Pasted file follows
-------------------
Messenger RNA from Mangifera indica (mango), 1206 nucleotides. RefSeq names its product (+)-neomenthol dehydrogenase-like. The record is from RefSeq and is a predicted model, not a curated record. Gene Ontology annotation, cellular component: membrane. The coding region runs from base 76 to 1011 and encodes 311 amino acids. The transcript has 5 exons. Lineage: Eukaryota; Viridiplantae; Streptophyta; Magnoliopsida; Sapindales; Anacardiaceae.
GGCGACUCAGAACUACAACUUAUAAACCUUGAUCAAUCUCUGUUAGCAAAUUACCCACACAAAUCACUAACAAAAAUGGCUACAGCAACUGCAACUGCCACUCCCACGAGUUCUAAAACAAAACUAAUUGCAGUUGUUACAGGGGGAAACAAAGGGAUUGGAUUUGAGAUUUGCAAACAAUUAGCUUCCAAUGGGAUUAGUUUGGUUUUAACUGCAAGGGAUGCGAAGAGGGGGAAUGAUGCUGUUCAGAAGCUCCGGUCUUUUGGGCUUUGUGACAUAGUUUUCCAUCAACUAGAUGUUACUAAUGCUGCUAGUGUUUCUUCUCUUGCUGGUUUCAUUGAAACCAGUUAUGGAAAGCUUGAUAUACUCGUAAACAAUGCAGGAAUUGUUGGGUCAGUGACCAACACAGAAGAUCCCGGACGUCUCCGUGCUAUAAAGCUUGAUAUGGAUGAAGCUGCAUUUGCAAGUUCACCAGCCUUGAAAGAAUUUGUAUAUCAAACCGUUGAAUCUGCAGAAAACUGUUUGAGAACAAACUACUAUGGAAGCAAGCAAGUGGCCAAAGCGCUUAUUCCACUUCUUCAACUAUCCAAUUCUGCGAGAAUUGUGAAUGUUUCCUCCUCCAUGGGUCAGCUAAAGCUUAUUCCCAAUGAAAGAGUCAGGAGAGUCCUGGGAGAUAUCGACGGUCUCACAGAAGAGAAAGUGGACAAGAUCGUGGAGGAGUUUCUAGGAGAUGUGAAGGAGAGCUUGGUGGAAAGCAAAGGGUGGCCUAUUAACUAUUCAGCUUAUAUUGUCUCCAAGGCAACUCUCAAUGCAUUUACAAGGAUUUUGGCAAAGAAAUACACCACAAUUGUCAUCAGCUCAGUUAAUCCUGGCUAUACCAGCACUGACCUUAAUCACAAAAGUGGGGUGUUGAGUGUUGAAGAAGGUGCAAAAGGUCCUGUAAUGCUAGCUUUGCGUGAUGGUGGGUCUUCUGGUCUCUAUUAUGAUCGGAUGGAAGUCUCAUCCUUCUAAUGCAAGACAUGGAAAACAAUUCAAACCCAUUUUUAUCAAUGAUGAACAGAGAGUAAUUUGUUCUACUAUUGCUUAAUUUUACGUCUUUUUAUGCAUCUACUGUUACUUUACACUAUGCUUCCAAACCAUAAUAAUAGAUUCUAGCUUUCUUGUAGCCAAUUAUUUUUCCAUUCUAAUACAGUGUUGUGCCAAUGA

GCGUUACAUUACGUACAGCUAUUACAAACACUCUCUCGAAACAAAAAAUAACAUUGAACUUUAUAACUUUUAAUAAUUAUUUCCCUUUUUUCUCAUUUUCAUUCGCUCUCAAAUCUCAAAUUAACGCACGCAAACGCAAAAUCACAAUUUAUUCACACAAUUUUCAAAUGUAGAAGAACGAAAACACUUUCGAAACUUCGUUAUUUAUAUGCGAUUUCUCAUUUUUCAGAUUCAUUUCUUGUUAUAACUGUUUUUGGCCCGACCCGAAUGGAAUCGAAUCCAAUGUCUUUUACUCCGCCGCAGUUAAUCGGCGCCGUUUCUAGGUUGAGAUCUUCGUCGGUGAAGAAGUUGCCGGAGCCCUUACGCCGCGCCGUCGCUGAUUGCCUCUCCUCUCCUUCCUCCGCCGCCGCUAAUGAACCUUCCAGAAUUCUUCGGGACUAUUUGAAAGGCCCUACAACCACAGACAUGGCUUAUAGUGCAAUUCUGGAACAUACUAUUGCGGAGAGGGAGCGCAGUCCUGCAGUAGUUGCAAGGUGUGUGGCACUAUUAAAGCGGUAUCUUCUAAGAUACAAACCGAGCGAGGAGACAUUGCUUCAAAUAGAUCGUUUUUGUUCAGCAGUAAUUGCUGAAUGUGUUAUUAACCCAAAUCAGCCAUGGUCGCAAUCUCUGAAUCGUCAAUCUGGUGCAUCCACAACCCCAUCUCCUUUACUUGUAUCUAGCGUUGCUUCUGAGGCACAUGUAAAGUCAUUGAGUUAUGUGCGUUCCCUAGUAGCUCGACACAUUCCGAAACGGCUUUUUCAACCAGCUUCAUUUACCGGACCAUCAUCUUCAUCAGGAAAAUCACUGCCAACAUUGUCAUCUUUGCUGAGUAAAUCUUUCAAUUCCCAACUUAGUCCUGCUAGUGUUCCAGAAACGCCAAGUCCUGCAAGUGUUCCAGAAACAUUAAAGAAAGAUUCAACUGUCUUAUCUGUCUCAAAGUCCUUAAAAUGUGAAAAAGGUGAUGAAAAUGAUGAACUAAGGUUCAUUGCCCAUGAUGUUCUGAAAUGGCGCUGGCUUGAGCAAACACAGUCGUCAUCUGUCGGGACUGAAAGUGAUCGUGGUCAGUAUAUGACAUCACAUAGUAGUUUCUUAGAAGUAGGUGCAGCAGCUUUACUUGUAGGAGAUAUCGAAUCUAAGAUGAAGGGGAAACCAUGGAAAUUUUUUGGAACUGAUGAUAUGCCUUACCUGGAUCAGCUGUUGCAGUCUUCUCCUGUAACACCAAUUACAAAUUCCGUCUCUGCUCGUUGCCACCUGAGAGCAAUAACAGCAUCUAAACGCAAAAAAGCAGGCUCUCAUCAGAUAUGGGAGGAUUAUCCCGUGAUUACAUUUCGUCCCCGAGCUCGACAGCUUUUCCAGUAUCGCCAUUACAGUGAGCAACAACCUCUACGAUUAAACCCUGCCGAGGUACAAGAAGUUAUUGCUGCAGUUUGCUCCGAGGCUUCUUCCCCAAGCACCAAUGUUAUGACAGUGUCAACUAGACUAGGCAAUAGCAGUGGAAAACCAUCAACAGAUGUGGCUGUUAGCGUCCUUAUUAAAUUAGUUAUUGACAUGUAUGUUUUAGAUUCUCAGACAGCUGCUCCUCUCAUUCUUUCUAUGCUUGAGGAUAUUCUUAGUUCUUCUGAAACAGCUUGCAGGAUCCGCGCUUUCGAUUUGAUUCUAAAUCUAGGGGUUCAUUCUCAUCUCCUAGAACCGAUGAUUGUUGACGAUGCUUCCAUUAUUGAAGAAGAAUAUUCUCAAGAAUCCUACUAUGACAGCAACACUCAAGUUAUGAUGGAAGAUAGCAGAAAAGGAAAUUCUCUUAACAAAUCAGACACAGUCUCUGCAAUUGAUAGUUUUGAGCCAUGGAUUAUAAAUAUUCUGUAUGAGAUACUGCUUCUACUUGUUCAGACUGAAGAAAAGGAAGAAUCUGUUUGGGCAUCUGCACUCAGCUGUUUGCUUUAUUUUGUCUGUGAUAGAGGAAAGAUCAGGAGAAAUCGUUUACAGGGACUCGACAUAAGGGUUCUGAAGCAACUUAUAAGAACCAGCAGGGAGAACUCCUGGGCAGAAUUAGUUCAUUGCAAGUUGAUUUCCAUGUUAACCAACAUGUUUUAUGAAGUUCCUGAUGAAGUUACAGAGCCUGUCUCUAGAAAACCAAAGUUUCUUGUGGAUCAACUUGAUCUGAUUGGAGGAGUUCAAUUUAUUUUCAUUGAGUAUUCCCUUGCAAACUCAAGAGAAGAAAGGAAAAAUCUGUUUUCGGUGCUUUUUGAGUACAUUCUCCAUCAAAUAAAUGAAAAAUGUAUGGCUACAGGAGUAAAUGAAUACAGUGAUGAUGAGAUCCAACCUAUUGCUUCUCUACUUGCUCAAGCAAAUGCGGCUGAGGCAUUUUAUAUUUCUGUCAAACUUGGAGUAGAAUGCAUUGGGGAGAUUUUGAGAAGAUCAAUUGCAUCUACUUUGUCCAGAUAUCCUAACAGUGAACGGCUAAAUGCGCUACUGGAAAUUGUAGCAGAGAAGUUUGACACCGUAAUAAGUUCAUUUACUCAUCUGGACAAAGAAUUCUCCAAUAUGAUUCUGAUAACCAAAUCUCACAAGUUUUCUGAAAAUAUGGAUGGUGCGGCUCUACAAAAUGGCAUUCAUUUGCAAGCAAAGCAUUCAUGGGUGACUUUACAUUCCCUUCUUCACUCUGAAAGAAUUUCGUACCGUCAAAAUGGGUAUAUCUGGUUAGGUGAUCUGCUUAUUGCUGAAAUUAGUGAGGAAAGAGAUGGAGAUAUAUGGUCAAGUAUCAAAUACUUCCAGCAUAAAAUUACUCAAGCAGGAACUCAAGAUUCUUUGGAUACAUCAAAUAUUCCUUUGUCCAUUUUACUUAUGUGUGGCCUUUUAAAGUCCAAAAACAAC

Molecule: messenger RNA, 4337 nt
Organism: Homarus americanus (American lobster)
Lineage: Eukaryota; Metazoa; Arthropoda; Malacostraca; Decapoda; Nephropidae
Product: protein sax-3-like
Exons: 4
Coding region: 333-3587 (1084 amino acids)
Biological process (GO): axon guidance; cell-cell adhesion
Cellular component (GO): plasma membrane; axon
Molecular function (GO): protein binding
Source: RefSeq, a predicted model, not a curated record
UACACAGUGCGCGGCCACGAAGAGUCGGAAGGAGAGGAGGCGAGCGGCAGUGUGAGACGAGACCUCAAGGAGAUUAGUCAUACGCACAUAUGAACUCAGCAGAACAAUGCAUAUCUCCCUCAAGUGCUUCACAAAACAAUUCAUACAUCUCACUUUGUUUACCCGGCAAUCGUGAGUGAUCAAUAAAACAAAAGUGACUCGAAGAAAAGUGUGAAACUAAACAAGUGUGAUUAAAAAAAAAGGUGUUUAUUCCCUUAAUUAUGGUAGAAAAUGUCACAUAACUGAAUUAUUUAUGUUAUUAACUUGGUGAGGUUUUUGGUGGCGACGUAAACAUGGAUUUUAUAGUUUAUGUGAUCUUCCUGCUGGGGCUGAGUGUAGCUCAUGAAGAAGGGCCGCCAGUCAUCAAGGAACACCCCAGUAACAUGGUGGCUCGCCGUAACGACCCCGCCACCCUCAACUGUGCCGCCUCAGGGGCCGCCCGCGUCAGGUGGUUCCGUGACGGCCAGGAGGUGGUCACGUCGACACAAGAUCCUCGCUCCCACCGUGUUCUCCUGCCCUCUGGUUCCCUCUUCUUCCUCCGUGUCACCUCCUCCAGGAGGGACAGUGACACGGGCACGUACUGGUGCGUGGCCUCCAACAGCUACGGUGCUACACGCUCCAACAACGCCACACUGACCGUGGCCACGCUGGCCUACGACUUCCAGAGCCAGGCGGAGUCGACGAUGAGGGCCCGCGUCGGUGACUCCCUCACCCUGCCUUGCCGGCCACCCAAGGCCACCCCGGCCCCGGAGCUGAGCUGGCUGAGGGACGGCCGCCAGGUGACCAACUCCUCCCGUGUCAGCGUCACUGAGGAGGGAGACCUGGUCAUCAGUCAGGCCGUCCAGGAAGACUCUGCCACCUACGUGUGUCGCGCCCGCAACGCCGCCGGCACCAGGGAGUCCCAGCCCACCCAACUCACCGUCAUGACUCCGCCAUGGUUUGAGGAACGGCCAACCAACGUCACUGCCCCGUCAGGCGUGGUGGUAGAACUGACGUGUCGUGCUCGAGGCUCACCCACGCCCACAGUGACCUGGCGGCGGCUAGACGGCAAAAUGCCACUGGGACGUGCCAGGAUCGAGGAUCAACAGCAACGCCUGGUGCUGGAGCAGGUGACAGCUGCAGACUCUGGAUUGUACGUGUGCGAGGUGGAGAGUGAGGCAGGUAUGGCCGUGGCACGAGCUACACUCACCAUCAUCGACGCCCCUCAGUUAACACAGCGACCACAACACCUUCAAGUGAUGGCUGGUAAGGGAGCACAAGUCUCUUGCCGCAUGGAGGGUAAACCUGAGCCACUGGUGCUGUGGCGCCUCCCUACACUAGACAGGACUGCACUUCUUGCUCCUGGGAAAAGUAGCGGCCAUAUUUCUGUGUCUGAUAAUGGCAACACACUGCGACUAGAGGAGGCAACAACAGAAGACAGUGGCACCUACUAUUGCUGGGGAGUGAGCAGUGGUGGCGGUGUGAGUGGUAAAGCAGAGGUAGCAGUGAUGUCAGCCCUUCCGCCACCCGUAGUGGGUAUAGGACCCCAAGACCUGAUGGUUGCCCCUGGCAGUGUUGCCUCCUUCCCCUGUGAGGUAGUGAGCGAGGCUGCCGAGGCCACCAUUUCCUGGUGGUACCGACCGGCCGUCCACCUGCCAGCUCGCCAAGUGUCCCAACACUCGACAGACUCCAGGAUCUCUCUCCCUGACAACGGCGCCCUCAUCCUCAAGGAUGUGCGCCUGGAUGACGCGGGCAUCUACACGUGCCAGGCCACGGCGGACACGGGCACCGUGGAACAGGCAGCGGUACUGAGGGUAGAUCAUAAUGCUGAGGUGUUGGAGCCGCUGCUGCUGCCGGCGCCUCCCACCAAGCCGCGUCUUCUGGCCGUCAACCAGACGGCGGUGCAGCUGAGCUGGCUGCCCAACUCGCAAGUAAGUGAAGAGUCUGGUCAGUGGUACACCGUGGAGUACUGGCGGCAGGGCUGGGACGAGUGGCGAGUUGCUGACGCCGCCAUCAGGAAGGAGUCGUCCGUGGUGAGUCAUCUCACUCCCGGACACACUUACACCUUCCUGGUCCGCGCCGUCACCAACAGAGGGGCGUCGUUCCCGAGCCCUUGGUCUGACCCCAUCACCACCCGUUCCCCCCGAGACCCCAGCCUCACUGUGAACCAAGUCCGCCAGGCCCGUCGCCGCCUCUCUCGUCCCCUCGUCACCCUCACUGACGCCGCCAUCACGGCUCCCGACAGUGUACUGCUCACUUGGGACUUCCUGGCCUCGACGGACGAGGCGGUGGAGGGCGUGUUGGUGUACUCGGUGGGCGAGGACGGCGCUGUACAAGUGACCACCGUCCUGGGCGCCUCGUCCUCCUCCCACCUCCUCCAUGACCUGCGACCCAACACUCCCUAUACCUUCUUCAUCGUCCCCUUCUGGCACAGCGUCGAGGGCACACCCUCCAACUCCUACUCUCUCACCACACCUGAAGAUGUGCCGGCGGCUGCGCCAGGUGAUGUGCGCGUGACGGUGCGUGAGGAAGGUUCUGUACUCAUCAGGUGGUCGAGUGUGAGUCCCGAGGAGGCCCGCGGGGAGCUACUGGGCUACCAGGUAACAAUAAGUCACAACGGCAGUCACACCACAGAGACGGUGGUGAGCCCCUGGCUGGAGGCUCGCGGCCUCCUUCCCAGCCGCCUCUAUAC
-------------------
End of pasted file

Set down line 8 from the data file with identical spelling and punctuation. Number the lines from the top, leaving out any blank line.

Exons: 4